X-rays are a type of radiation called electromagnetic waves. X-ray imaging creates pictures of the inside of your body. The images show the parts of your body in different shades of black and white. This is because different tissues absorb different amounts of radiation. Calcium in bones absorbs x-rays the most, so bones look white. Fat and other soft tissues absorb less, and look gray. Air absorbs the least, so lungs look black.
The most familiar use of x-rays is checking for broken bones, but x-rays are also used in other ways. For example, chest x-rays can spot pneumonia. Mammograms use x-rays to look for breast cancer.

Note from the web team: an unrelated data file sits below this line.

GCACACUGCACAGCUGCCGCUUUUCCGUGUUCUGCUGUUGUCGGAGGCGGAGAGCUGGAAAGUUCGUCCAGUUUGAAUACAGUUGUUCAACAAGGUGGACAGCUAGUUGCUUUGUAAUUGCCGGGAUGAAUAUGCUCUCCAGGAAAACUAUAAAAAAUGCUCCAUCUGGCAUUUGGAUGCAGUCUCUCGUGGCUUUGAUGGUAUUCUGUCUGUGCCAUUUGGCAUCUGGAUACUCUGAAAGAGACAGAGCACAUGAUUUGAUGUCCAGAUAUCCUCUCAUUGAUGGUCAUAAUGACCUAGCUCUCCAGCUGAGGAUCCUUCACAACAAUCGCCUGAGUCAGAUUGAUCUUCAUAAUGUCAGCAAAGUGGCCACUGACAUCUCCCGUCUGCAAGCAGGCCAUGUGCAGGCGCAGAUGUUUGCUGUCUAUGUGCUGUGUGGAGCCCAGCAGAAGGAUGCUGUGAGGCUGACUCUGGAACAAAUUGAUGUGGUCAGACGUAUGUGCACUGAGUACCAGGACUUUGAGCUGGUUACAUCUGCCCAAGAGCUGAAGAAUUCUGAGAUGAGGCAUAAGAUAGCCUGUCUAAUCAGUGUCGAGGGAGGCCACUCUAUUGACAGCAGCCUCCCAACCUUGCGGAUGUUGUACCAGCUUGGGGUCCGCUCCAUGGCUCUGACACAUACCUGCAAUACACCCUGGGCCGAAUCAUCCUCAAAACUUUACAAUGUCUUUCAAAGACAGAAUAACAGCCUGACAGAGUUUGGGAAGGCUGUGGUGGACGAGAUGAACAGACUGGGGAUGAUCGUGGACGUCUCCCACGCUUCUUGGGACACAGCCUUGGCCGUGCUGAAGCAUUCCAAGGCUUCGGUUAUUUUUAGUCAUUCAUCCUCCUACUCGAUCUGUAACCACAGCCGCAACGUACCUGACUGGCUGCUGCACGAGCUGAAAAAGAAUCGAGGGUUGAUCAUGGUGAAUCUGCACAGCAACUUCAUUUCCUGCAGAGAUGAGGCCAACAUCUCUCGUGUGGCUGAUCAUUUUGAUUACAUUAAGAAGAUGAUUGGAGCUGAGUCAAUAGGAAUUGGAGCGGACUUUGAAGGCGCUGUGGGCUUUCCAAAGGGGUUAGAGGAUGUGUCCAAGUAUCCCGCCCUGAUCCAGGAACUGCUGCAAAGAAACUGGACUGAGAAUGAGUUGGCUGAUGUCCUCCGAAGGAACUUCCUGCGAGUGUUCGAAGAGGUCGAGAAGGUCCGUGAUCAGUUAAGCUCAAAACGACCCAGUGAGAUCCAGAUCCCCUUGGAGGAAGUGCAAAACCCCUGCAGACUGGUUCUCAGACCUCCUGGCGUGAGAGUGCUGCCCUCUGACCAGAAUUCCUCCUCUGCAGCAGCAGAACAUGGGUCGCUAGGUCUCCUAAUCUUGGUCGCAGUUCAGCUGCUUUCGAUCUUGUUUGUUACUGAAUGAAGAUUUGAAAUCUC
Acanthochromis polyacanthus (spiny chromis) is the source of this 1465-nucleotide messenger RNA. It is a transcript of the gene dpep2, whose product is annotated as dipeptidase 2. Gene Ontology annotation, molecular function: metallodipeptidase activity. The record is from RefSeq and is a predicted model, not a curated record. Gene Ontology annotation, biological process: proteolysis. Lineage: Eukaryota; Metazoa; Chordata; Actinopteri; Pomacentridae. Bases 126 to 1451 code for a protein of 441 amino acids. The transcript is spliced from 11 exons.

When you have an x-ray, you may wear a lead apron to protect certain parts of your body. The amount of radiation you get from an x-ray is small. For example, a chest x-ray gives out a radiation dose similar to the amount of radiation you're naturally exposed to from the environment over 10 days.
References and abstracts from MEDLINE/PubMed (National Library of Medicine)